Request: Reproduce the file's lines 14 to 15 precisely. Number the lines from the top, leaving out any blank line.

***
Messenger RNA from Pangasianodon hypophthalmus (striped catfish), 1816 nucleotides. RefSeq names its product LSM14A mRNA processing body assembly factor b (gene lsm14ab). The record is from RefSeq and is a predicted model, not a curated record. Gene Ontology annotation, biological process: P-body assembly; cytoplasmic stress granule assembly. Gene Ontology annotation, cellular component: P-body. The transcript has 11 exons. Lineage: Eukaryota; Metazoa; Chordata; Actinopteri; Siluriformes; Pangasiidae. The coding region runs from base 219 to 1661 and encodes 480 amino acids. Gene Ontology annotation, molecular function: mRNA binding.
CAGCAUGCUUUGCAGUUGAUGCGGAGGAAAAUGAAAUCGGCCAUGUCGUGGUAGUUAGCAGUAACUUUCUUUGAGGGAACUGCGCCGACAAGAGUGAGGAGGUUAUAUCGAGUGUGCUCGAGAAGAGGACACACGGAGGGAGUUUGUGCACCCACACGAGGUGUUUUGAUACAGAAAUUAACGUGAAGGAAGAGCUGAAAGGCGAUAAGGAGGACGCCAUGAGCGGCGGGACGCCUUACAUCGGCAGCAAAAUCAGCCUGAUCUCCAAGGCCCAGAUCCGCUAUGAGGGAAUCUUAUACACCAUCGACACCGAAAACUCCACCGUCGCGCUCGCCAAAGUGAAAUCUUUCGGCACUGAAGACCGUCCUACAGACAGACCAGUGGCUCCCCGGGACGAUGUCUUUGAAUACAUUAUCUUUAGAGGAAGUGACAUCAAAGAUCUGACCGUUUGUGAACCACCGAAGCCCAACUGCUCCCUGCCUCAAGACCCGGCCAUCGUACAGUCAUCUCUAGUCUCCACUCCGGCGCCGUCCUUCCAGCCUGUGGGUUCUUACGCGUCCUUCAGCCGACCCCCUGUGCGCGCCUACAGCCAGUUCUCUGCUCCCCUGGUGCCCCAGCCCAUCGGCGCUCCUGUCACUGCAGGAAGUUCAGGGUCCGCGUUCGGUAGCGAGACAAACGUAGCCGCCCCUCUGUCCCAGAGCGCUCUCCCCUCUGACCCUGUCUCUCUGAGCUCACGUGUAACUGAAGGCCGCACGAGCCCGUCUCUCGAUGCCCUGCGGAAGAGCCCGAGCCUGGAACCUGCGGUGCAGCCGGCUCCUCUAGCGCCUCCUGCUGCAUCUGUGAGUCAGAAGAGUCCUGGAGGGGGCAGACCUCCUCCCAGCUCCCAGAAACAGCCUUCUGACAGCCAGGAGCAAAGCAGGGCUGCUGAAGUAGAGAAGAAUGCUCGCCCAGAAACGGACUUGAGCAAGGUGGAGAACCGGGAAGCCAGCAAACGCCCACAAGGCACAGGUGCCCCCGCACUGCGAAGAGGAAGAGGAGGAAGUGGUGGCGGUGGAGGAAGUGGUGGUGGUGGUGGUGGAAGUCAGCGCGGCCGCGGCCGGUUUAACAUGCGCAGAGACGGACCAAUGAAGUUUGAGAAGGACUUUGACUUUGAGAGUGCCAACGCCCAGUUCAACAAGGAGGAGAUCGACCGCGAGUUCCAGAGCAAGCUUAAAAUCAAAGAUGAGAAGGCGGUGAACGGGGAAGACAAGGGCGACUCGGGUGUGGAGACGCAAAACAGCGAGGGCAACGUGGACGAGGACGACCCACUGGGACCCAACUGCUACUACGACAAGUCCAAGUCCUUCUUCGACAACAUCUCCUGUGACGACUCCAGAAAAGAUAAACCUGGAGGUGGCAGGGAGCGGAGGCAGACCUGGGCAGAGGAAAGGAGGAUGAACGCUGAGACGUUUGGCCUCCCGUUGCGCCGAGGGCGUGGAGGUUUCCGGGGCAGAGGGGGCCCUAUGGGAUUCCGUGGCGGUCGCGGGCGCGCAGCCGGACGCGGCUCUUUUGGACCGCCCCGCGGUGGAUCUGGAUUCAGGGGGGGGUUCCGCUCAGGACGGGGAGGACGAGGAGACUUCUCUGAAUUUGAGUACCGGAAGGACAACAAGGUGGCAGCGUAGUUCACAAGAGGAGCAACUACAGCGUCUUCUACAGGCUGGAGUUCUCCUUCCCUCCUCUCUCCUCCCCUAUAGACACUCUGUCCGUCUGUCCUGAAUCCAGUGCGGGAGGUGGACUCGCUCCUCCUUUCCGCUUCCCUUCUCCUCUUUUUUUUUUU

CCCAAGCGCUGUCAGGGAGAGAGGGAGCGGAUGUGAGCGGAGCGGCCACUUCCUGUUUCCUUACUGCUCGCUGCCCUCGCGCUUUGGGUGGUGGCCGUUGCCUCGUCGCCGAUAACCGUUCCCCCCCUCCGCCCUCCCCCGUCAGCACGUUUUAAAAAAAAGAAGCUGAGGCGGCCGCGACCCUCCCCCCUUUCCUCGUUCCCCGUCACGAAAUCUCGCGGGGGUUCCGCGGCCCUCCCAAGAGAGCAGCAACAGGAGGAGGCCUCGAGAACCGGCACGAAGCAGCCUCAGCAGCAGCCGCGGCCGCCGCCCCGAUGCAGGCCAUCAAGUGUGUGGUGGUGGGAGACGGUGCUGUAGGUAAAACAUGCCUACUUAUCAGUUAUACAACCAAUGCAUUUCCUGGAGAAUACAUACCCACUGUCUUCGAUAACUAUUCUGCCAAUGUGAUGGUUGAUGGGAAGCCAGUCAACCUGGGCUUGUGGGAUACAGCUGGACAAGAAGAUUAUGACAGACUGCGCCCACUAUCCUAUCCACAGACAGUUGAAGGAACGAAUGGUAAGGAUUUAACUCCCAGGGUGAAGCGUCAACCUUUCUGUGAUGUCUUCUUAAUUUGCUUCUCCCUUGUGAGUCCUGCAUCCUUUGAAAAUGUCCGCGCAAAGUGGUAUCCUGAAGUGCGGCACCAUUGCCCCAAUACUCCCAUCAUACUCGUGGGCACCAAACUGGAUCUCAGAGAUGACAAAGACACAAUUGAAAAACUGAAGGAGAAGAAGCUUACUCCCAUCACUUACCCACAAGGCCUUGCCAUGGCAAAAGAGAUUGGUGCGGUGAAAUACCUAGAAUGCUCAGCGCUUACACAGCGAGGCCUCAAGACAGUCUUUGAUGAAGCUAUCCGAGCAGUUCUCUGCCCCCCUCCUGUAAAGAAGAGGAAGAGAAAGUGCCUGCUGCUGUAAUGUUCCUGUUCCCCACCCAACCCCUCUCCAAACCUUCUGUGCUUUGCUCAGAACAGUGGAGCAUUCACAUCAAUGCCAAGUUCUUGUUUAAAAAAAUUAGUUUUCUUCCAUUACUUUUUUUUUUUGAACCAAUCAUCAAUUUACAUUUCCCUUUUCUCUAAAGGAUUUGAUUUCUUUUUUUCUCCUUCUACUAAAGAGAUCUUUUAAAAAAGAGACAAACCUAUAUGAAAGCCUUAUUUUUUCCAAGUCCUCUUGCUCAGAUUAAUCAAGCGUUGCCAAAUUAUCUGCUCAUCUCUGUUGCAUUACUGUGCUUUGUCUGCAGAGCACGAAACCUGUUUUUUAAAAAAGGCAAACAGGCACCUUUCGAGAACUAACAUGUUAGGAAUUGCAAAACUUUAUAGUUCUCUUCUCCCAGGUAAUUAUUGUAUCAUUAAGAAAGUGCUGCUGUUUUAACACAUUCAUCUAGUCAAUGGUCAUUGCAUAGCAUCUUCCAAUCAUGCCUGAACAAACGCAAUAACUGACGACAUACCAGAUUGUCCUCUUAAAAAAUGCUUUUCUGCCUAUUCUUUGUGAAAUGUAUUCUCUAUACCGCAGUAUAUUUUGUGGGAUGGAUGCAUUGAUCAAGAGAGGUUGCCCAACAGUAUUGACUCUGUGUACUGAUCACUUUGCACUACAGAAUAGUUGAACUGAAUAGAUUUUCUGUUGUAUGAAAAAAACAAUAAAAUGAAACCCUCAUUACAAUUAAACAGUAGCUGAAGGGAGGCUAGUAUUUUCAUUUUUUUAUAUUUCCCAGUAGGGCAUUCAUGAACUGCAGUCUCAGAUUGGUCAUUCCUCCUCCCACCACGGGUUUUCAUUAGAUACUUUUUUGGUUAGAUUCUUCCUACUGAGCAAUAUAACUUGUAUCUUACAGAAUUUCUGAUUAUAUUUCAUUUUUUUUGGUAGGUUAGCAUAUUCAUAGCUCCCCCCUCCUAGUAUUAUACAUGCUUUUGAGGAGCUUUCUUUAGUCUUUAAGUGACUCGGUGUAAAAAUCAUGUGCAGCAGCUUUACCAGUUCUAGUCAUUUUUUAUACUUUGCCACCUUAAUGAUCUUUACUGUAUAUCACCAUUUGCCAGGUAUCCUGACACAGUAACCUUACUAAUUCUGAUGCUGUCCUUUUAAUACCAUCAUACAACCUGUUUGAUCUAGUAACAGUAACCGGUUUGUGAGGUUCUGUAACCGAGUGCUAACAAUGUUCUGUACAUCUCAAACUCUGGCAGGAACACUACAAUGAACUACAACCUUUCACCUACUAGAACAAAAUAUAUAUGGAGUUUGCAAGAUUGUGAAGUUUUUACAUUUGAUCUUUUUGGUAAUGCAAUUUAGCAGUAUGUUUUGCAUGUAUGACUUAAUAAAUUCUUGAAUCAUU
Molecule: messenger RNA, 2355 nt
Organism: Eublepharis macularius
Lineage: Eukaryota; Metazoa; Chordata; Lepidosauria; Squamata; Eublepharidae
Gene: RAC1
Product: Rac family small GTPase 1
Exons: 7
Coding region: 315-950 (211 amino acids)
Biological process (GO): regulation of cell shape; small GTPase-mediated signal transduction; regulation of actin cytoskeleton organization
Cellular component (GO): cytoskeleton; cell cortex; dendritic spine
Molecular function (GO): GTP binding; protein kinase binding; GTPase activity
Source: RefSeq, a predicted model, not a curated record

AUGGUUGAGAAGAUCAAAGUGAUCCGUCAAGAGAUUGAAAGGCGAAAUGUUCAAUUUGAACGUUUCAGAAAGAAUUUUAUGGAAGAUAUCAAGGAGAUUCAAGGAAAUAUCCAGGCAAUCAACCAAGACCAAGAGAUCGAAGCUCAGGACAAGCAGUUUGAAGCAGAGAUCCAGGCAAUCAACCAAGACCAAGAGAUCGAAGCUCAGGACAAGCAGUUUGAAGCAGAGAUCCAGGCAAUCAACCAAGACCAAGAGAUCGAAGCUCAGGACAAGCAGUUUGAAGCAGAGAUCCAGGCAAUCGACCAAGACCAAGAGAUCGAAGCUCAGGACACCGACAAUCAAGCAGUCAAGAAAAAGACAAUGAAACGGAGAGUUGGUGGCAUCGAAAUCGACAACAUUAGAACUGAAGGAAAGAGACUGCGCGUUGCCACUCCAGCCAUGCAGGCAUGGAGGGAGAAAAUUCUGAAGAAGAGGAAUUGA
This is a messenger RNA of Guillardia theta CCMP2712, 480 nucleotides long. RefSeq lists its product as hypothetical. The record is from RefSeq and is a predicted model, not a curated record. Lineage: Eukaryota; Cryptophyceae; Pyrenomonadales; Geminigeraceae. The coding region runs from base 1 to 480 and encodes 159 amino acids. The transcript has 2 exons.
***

Source: RefSeq, a predicted model, not a curated record

AUGGUUGAGAAGAUCAAAGUGAUCCGUCAAGAGAUUGAAAGGCGAAAUGUUCAAUUUGAACGUUUCAGAAAGAAUUUUAUGGAAGAUAUCAAGGAGAUUCAAGGAAAUAUCCAGGCAAUCAACCAAGACCAAGAGAUCGAAGCUCAGGACAAGCAGUUUGAAGCAGAGAUCCAGGCAAUCAACCAAGACCAAGAGAUCGAAGCUCAGGACAAGCAGUUUGAAGCAGAGAUCCAGGCAAUCAACCAAGACCAAGAGAUCGAAGCUCAGGACAAGCAGUUUGAAGCAGAGAUCCAGGCAAUCGACCAAGACCAAGAGAUCGAAGCUCAGGACACCGACAAUCAAGCAGUCAAGAAAAAGACAAUGAAACGGAGAGUUGGUGGCAUCGAAAUCGACAACAUUAGAACUGAAGGAAAGAGACUGCGCGUUGCCACUCCAGCCAUGCAGGCAUGGAGGGAGAAAAUUCUGAAGAAGAGGAAUUGA